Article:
• Hussein v. U.S. Immigration and Customs Enforcement, No. 18-cv-921-JL (D.N.H. Nov. 6, 2018) (ruling that ICE’s decision to detain client in immigration custody for 9 months without a bond hearing was unconstitutional and violated procedural due process, and ordering that a bond hearing be conducted).
  • Compere v. Nielsen, 358 F. Supp. 3d 170 (D.N.H. 2019) (ruling that the government’s plan to deport Mr. Compere to Haiti while his motion to reopen was pending violated his rights under federal law; further ruling that, because habeas corpus is the only means available to Mr. Compere to protect his right to continue litigating his motion to reopen, the Suspension Clause of the U.S. Constitution prevents the jurisdiction-stripping provisions in federal law from being used to deny the Court’s jurisdiction).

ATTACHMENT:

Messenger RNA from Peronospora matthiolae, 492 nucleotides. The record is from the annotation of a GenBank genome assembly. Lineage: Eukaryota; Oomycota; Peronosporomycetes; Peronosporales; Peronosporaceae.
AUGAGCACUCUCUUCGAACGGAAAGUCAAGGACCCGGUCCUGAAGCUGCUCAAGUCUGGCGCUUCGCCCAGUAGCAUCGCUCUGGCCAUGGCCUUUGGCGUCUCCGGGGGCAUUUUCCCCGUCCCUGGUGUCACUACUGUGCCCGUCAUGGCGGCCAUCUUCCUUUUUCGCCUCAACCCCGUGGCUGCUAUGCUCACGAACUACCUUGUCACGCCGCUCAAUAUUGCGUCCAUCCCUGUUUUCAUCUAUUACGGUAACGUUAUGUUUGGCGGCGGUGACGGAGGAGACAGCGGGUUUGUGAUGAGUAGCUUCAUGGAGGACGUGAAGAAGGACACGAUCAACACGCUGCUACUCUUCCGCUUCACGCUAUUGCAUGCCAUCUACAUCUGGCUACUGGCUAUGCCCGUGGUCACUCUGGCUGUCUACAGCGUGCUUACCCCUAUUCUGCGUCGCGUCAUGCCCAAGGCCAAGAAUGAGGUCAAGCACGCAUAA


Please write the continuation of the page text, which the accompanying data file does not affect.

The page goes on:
• Korat v. U.S. Dep't of Homeland Security, 19-cv-111 (D.N.H.) (secured citizenship for an Army Specialist from India who enlisted through a specialized military program that aims to recruit skilled immigrants in exchange for expediting the citizenship process, but had his naturalization delayed for approximately two years).
  • Ahmed-Cali v. U.S. Attorney General, No. 19-cv-426-JL (D.N.H.) (secured release of Somalian immigrant who had been in continuous detention since 2016 – totaling two years and seven months -- after he fled Somalia and sought asylum in the U.S. due to threats against his family).